|Born:||June 21, 1759|
|Died:||January 16, 1817|
Alexander Dallas was a Pennsylvania lawyer, financier, and politician who served as President James Madison’s secretary of the treasury. While serving in this capacity, Dallas helped to lead a movement within the Democratic-Republican Party against traditional Jeffersonian economic beliefs by championing the establishment of the Second National Bank of the United States.
Alexander Dallas was born in 1759 in Jamaica to English parents. At a young age, he moved to England to receive a formal education at Edinburgh and Westminster, where he studied to become a lawyer. In 1783, Dallas moved to America and gained a reputation as a detail-oriented lawyer. He also befriended Benjamin Franklin, who helped to secure Dallas's positions at various Philadelphia publications.
While living in Philadelphia, Dallas worked as a court reporter. In 1790, the Supreme Court of the United States began operating out of Philadelphia. During that year, Dallas served as the unofficial post reporter. However, these reports were often poorly written, late, and lacking the necessary information.
Following his time as a court reporter, Dallas went into politics. In 1791, Governor Thomas Mifflin appointed Dallas to be the secretary of the Commonwealth of Pennsylvania. Mifflin was elected to serve as governor two more times and each time reappointed Dallas to be his secretary of the commonwealth. Mifflin’s successor, Governor Thomas Mckean, also appointed Dallas to this position in his first-team as governor. During his time as secretary, Dallas was influential in building the Democratic-Republican political machine of the state.
In 1801, Dallas moved into the national political theater as a United States District Attorney for the Eastern District of Pennsylvania. He served in this capacity for thirteen years, establishing more political connections within the Republican Party. In particular, Dallas won the attention of President Madison, who nominated Dallas to be his secretary of the treasury on October 5, 1814.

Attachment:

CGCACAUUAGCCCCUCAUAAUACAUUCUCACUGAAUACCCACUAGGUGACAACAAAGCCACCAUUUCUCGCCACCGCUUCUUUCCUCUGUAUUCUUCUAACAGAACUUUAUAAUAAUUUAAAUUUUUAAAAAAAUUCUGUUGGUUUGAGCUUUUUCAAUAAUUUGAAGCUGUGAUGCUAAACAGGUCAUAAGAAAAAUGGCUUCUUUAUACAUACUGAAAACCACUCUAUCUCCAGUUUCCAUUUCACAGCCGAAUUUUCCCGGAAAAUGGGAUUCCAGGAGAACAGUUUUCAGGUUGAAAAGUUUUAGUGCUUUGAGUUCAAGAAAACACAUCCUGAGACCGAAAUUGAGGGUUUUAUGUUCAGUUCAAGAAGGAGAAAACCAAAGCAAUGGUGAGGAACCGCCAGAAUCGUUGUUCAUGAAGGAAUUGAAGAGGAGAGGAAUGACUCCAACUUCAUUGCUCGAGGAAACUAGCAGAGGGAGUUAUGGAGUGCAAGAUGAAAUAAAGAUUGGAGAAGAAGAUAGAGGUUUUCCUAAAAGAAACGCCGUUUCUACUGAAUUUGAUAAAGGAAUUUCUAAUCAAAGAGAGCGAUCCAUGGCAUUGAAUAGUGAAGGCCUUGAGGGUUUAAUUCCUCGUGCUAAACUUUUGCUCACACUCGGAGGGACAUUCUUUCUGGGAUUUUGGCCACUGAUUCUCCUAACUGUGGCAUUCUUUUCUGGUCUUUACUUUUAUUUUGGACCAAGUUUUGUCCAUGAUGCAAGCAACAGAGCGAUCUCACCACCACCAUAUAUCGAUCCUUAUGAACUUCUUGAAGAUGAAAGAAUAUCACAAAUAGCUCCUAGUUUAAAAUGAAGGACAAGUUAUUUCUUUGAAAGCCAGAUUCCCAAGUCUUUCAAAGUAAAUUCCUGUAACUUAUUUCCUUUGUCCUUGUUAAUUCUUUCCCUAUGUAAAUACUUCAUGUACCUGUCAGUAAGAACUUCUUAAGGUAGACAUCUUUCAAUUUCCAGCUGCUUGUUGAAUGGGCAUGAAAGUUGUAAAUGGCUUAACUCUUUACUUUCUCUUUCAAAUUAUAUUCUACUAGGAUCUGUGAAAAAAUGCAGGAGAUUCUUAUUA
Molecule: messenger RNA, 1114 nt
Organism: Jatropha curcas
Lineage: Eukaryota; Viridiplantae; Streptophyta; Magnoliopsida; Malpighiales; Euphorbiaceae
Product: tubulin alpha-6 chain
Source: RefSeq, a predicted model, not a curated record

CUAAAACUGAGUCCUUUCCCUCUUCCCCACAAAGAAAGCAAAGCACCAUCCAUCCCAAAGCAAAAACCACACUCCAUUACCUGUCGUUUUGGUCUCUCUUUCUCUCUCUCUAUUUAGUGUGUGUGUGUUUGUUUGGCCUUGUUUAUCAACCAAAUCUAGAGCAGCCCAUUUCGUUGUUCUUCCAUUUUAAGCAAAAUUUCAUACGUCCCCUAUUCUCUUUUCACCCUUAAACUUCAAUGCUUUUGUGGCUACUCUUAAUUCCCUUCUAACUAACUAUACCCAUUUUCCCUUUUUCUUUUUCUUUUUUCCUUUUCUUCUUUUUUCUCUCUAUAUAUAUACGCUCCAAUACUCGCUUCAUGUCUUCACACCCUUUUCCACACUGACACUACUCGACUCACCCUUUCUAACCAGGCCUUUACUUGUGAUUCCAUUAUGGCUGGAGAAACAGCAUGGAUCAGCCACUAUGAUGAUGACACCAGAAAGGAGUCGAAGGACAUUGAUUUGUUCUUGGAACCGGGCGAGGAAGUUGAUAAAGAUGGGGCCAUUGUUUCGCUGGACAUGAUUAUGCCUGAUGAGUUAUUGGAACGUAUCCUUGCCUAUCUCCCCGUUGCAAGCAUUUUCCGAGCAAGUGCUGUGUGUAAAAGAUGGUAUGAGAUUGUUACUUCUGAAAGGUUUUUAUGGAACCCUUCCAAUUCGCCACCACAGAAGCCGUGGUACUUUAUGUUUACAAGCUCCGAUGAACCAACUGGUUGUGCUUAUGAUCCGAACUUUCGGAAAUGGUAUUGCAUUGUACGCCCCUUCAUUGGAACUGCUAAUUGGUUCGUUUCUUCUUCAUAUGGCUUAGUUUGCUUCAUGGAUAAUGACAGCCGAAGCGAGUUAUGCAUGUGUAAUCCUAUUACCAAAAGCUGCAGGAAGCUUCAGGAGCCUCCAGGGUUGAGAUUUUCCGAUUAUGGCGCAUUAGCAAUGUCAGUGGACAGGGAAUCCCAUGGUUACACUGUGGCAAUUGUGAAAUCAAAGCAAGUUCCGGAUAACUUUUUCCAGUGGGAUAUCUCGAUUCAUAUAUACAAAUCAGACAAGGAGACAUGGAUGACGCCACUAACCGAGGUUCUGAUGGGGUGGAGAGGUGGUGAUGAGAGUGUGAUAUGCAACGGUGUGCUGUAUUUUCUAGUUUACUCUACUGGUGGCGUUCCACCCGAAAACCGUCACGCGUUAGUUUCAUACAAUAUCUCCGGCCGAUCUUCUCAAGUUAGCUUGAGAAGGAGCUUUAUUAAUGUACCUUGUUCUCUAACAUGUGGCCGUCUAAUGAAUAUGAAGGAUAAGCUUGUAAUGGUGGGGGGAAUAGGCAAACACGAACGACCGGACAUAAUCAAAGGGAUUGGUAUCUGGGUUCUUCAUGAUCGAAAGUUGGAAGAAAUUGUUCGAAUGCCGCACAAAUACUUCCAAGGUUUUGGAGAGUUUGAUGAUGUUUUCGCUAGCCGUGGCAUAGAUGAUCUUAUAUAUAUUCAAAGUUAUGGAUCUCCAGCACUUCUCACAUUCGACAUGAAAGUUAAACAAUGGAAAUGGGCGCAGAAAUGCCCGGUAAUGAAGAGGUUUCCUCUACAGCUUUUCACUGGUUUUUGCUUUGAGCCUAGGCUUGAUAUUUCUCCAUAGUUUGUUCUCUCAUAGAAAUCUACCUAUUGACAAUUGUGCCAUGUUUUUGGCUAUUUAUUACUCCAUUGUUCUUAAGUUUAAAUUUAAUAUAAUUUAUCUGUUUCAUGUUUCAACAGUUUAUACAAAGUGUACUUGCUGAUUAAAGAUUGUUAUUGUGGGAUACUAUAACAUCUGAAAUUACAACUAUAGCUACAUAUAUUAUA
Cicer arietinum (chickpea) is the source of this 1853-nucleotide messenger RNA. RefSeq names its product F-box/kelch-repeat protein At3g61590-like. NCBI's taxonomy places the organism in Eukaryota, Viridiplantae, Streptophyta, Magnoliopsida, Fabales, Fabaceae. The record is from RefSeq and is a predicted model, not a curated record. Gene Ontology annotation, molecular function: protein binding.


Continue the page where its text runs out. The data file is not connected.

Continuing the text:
Dallas’s policy as secretary involved raising taxes, issuing bonds, and controlling the circulation of specie throughout the economy. Dallas also inherited an economy in disarray following the War of 1812. In response, Dallas pushed for the establishment of a Second National Bank, an institution previously associated with Alexander Hamilton and the Federalist Party. Dallas expressed his rationale for the bank in a letter to William Jones, at the time secretary of the navy and the future first president of the Second National Bank: “The state of public credit admits of no palliative remedy. There must be established an efficient, productive system of taxation. There must be established a National bank to anticipate, collect, and distribute revenue.”1 Dallas believed establishing a National Bank was crucial not only for saving the economy but ensuring the future success of the American government. Much like Hamilton, Dallas saw the success of the federal government tied to its ability to collect revenue and establish competitive credit.
On March 14, 1816, the House of Representatives passed Dallas’s National Bank plan by a narrow vote of 80 to 71, and on April 10 President Madison signed the bill into law. This marked the crowning achievement of Alexander Dallas’s tenure as secretary of the treasury as one year later he resigned from his leadership role. Following his resignation, Dallas returned to Philadelphia to practice law, but died three months later to what doctors called gout in the stomach.
Dallas’s legacy lives on today in a number of ways. Dallas Country, Alabama, and Dallas Township, Pennsylvania, are both named after him. Dallas’s son, George Mifflin Dallas, served as vice-president under President James K. Polk, and it is thought that Dallas, Texas, is named after him.
George Washington University
University of Pennsylvania. “Alexander J. Dallas (1759-1817).” University of Pennsylvania University Archives. Accessed December 11, 2017.
U.S. Department of the Treasury. “Alexander Dallas.” U.S. Department of the Treasury History. Accessed December 11, 2017.www.treasury.gov/about/history/pages.aspx
Walters, Raymond. “Alexander James Dallas, Lawyer, Politician, Financier, 1759-1817.” Journal of Political History 4, no 2. (July 1944): 228-251.
Walters, Raymond. “The Origins of the Second Bank of the United States.” Journal of Political Economy 53, no 2. (June 1945): 115-131.
Widener, Michael. “Landmarks of Law Reporting 15 – The First U.S. Supreme Court Reports.” Yale Law School Library. Accessed December 11, 2017.